Today we went to Vichy to a Brocante or second hand/antique market. We got some Macaroons, they were delicious. Then we went to Issoire for a Christmas market, but it wasn't on!
We looked in the church, then drove to Champeix, a pretty nearby town.
When we were driving home we went through a town called Pouzat. There was a market there. We stopped for a look. They had horse and carriage rides, trampolines, pretty stalls and Candy Floss. So we got our Christmas market in the end ... just not where we thought it was!
We woke up early and took the bus to Vichy. When we got there we went to the Petit Pot - which is a cafe. We got 5 delicious croissants, then we picked up a rental car. In the car we went to Varennes, half an hour away, for their Marche de Noel or Christmas Market. The market was in a big hall/shed. Santa wasn't there yet, but there were lots of stalls and we got some hot chestnuts.
All around the town there were Christmas decorations, outside all the shops were real Christmas trees and all the rounds abouts had huge displays.
We can see Chantelle Abbey from our window. It is home to about half a dozen nuns who run a business to help support themselves. If you are looking for a unique Christmas present they could have the answer at their online shop.
Well I have no motor to tinker with, no boat to clean, no speed enhancing things to invent and fit to Hector. I have spoken to the marina a couple of times and I understand that she is missing me as mush as I am missing her!
The other 'ladies' in my life need much less maintenance, so with the spare time on my mind, I have turned to God... just joking!...(although I did read a great book on philosophy recently, which would make an interesting post).
But yes I have a French cook book and I have started dabbling with French cuisine. I do like their slow cooking. It creates such tender juicy dishes. Last week I cooked a Pot-au-feu de Josue de boeuf (for you uncouth it means Beef Cheeks - and for mum that means casserole). The cheek is one of the most used muscles in the cow (they eat all day right), so very tough. But once the French have finished with it, it becomes softer than warm butter, juicer then the juiciest thing you can think of.
And did I mention rich. I write this as I peer over my rounding (yes I use the verb - it's still growing), stomach, and wonder if I'll get my six pack back, which only just emerged in the last few months - first time in 20 years. It's hard to find a recipe that isn't loaded with butter and cream or cheese. Then there's the chocolate, the French recipe for Beef Cheeks calls for dark chocolate. It had to be the 70% stuff and lots off it!
Well cooking is not all bad. Tonight I am cooking Choucroute garnie. This is a French Pork Belly dish with a bouillon jus. A little game...without looking up anything, the first person to add a comment on how bouillon jus is made will win a free "Sam McCully French Cooking" book.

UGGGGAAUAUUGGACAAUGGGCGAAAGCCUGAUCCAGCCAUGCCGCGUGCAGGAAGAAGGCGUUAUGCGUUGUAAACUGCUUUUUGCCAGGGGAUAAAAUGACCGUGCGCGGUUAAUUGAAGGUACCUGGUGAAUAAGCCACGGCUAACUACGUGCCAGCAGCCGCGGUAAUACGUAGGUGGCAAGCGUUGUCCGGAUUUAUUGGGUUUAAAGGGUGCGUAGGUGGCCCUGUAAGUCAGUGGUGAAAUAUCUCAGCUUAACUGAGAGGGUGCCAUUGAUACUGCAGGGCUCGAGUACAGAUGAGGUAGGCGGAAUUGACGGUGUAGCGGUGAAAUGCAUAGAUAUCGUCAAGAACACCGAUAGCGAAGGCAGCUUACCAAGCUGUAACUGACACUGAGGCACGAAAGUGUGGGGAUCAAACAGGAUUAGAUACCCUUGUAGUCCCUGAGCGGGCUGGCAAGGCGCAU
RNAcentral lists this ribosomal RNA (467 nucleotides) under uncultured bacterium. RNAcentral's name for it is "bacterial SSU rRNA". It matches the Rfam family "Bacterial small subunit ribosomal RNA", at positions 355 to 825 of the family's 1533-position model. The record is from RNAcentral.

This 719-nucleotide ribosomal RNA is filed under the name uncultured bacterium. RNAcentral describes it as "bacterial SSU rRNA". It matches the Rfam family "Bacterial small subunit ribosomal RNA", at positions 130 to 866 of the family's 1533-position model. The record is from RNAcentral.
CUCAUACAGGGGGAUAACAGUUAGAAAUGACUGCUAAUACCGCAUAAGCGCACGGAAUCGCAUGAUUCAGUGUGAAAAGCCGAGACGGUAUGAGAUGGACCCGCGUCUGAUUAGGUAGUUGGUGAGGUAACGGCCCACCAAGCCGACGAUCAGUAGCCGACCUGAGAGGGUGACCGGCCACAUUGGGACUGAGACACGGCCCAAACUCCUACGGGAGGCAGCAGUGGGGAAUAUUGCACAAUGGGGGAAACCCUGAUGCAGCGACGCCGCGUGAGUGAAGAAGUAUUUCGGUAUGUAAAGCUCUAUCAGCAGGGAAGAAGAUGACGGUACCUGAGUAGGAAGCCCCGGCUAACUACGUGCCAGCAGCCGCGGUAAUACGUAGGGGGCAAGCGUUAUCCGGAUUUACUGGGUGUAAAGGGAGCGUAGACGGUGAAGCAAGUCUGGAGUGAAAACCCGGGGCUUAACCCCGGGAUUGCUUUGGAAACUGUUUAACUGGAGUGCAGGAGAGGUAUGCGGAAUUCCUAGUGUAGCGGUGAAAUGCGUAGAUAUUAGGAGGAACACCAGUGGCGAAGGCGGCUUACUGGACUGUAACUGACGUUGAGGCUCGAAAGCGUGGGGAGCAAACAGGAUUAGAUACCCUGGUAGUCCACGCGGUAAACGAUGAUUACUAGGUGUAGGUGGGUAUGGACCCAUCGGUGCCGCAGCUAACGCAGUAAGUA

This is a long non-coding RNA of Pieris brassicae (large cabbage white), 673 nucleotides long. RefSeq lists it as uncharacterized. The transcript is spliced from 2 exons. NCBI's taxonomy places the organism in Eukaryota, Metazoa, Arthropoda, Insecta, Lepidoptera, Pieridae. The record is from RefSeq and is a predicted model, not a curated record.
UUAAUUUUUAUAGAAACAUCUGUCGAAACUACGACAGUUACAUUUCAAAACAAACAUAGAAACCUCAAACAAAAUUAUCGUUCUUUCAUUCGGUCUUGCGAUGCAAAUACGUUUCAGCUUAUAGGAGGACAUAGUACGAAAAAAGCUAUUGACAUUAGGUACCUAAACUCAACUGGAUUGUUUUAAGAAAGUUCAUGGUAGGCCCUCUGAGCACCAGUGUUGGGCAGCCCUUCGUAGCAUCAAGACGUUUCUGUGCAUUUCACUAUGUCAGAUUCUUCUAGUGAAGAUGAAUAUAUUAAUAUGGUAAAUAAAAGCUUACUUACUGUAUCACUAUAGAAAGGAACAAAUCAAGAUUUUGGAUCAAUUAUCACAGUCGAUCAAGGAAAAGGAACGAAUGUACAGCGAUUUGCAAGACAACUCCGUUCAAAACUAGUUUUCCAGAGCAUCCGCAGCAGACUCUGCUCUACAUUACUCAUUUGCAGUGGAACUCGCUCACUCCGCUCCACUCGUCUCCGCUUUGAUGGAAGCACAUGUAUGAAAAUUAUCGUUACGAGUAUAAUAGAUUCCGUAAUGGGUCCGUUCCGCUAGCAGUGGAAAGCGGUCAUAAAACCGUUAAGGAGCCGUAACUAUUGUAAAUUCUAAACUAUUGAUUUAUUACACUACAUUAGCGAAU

Well, I'm no longer a cooking virgin and I've moved beyond my fathers boiled mince dish...both significant milestones in a young mans life. I'm beginning to develop some interesting insights into this cooking game. So keep an eye on Hectors website for updates. In the meantime, I have added a couple of photos to wet your appetite.
Cheers for now and remember...you are what you eat...and you become what you dream...
A Haiku is a style of Japanese poetry. It is unrhymed and must have 17 syllables, in a 5-7-5 three line pattern. Traditionally they focus on nature. Here are some of my Haiku.
I walk through the tree's
Watching the leaves fall downwards
Then finally settle.
A little sapling
Peeking out of the wreckage
Of a dead forest.
By Maddy, the amazing!
We drove an hour south to the town of St Anastasia, only to find that despite changing their name back in 1973, they haven't quite adopted the St Anastasia part yet. We managed to find one sign to get a photo of our Anastasia with. Very disappointing but a beautiful town all the same. We had a great lunch there, we shared the plat de jour - pate, boeuf bourguignon & tarte pomme.
The nearby skifields were shut but we found some snow.
It was incredibly cold in these last two photos and everyone refused to come and stand in the horizontal sleet for a photo, except Camille!
We moved on to Mont Dore a very grand ski resort town, for a hot chocolate and a defrost.
We all went to play tennis at the courts down the road. My favourite part was Daddy and I on one side, and Maddy and Mummy on the other. We had a long volley. Camille got the balls and gave us them, it was fun.
Charroux is one of our neighboring villages, only about 6km away. A lovely town with its cobbled streets and wonky buildings. It is famous for its mustard which has been made here since the 18th century.
Friday was a public holiday in France to commemorate the end of the First World War. We took a trip to the town Pourcain Sur Sioule to watch their ceremony. It was a cold wet day and somehow fitting.
Before we went we did some history 101, regarding the role of France in the war and massive toll it took.
Every Hotel de Ville, every memorial, every Government building is covered with French flags.
We're an ordinary family of 5 dreaming, planning and now beginning our adventure around the Mediterranean (and further afield), having an awesome time! Look out for our boat and come and say hi.